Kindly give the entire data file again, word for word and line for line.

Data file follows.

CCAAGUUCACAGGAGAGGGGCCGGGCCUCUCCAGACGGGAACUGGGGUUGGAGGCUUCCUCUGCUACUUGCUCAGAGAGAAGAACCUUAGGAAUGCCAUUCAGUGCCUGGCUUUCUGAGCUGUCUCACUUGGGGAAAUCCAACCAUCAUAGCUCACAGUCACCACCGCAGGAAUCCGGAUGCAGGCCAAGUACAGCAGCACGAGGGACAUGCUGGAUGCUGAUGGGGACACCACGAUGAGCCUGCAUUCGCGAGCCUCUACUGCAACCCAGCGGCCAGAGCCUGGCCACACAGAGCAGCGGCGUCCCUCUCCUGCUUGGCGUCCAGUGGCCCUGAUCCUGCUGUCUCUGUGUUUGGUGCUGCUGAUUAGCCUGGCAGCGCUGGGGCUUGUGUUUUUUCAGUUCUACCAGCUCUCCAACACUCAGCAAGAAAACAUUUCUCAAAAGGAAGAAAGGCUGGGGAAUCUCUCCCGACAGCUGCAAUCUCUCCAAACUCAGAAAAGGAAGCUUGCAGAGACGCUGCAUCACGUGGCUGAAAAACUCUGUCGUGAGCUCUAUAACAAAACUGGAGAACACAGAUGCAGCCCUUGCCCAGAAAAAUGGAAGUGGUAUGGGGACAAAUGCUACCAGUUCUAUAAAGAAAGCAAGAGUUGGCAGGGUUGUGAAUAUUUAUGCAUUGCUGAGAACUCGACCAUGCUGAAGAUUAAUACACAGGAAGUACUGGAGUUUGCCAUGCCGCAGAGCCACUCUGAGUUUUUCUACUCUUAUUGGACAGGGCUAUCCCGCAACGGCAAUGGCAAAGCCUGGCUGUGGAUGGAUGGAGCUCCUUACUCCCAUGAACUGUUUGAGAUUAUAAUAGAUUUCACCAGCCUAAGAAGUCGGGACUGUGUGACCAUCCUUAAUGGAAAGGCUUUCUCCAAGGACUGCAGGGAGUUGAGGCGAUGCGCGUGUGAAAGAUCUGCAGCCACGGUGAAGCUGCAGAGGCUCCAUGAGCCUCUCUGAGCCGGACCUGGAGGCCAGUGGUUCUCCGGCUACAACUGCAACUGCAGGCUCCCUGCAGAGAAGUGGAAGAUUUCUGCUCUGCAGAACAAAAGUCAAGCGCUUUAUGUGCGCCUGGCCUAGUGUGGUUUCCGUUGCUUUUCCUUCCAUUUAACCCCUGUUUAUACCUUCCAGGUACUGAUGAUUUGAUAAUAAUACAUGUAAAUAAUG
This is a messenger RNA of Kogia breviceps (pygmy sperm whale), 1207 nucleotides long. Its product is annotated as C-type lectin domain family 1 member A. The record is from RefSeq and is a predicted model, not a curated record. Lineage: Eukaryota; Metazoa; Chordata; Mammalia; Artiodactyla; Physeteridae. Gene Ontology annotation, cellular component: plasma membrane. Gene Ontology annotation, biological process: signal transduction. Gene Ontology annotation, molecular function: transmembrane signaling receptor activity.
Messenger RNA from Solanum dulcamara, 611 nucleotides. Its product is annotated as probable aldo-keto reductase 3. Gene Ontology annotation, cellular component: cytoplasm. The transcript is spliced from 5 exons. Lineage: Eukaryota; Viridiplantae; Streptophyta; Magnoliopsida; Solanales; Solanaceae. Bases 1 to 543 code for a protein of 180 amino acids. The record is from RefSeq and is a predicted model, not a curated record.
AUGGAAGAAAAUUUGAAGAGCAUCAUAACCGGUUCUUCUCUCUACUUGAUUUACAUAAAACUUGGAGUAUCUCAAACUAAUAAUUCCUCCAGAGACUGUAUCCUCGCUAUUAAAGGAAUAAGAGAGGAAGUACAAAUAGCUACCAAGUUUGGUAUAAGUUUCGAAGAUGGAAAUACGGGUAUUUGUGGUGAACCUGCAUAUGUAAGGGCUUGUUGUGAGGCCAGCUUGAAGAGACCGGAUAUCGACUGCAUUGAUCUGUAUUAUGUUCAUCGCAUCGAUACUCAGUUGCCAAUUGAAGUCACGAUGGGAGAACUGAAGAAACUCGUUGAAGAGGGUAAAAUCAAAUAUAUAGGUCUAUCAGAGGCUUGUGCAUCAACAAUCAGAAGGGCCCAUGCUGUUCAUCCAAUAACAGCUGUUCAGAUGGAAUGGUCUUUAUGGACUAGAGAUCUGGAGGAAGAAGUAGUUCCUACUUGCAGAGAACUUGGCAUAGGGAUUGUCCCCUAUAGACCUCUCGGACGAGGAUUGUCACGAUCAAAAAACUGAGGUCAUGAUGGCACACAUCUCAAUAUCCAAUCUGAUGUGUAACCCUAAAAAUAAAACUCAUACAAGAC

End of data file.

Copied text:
CCAAGUUCACAGGAGAGGGGCCGGGCCUCUCCAGACGGGAACUGGGGUUGGAGGCUUCCUCUGCUACUUGCUCAGAGAGAAGAACCUUAGGAAUGCCAUUCAGUGCCUGGCUUUCUGAGCUGUCUCACUUGGGGAAAUCCAACCAUCAUAGCUCACAGUCACCACCGCAGGAAUCCGGAUGCAGGCCAAGUACAGCAGCACGAGGGACAUGCUGGAUGCUGAUGGGGACACCACGAUGAGCCUGCAUUCGCGAGCCUCUACUGCAACCCAGCGGCCAGAGCCUGGCCACACAGAGCAGCGGCGUCCCUCUCCUGCUUGGCGUCCAGUGGCCCUGAUCCUGCUGUCUCUGUGUUUGGUGCUGCUGAUUAGCCUGGCAGCGCUGGGGCUUGUGUUUUUUCAGUUCUACCAGCUCUCCAACACUCAGCAAGAAAACAUUUCUCAAAAGGAAGAAAGGCUGGGGAAUCUCUCCCGACAGCUGCAAUCUCUCCAAACUCAGAAAAGGAAGCUUGCAGAGACGCUGCAUCACGUGGCUGAAAAACUCUGUCGUGAGCUCUAUAACAAAACUGGAGAACACAGAUGCAGCCCUUGCCCAGAAAAAUGGAAGUGGUAUGGGGACAAAUGCUACCAGUUCUAUAAAGAAAGCAAGAGUUGGCAGGGUUGUGAAUAUUUAUGCAUUGCUGAGAACUCGACCAUGCUGAAGAUUAAUACACAGGAAGUACUGGAGUUUGCCAUGCCGCAGAGCCACUCUGAGUUUUUCUACUCUUAUUGGACAGGGCUAUCCCGCAACGGCAAUGGCAAAGCCUGGCUGUGGAUGGAUGGAGCUCCUUACUCCCAUGAACUGUUUGAGAUUAUAAUAGAUUUCACCAGCCUAAGAAGUCGGGACUGUGUGACCAUCCUUAAUGGAAAGGCUUUCUCCAAGGACUGCAGGGAGUUGAGGCGAUGCGCGUGUGAAAGAUCUGCAGCCACGGUGAAGCUGCAGAGGCUCCAUGAGCCUCUCUGAGCCGGACCUGGAGGCCAGUGGUUCUCCGGCUACAACUGCAACUGCAGGCUCCCUGCAGAGAAGUGGAAGAUUUCUGCUCUGCAGAACAAAAGUCAAGCGCUUUAUGUGCGCCUGGCCUAGUGUGGUUUCCGUUGCUUUUCCUUCCAUUUAACCCCUGUUUAUACCUUCCAGGUACUGAUGAUUUGAUAAUAAUACAUGUAAAUAAUG
This is a messenger RNA of Kogia breviceps (pygmy sperm whale), 1207 nucleotides long. Its product is annotated as C-type lectin domain family 1 member A. The record is from RefSeq and is a predicted model, not a curated record. Lineage: Eukaryota; Metazoa; Chordata; Mammalia; Artiodactyla; Physeteridae. Gene Ontology annotation, cellular component: plasma membrane. Gene Ontology annotation, biological process: signal transduction. Gene Ontology annotation, molecular function: transmembrane signaling receptor activity.
Messenger RNA from Solanum dulcamara, 611 nucleotides. Its product is annotated as probable aldo-keto reductase 3. Gene Ontology annotation, cellular component: cytoplasm. The transcript is spliced from 5 exons. Lineage: Eukaryota; Viridiplantae; Streptophyta; Magnoliopsida; Solanales; Solanaceae. Bases 1 to 543 code for a protein of 180 amino acids. The record is from RefSeq and is a predicted model, not a curated record.
AUGGAAGAAAAUUUGAAGAGCAUCAUAACCGGUUCUUCUCUCUACUUGAUUUACAUAAAACUUGGAGUAUCUCAAACUAAUAAUUCCUCCAGAGACUGUAUCCUCGCUAUUAAAGGAAUAAGAGAGGAAGUACAAAUAGCUACCAAGUUUGGUAUAAGUUUCGAAGAUGGAAAUACGGGUAUUUGUGGUGAACCUGCAUAUGUAAGGGCUUGUUGUGAGGCCAGCUUGAAGAGACCGGAUAUCGACUGCAUUGAUCUGUAUUAUGUUCAUCGCAUCGAUACUCAGUUGCCAAUUGAAGUCACGAUGGGAGAACUGAAGAAACUCGUUGAAGAGGGUAAAAUCAAAUAUAUAGGUCUAUCAGAGGCUUGUGCAUCAACAAUCAGAAGGGCCCAUGCUGUUCAUCCAAUAACAGCUGUUCAGAUGGAAUGGUCUUUAUGGACUAGAGAUCUGGAGGAAGAAGUAGUUCCUACUUGCAGAGAACUUGGCAUAGGGAUUGUCCCCUAUAGACCUCUCGGACGAGGAUUGUCACGAUCAAAAAACUGAGGUCAUGAUGGCACACAUCUCAAUAUCCAAUCUGAUGUGUAACCCUAAAAAUAAAACUCAUACAAGAC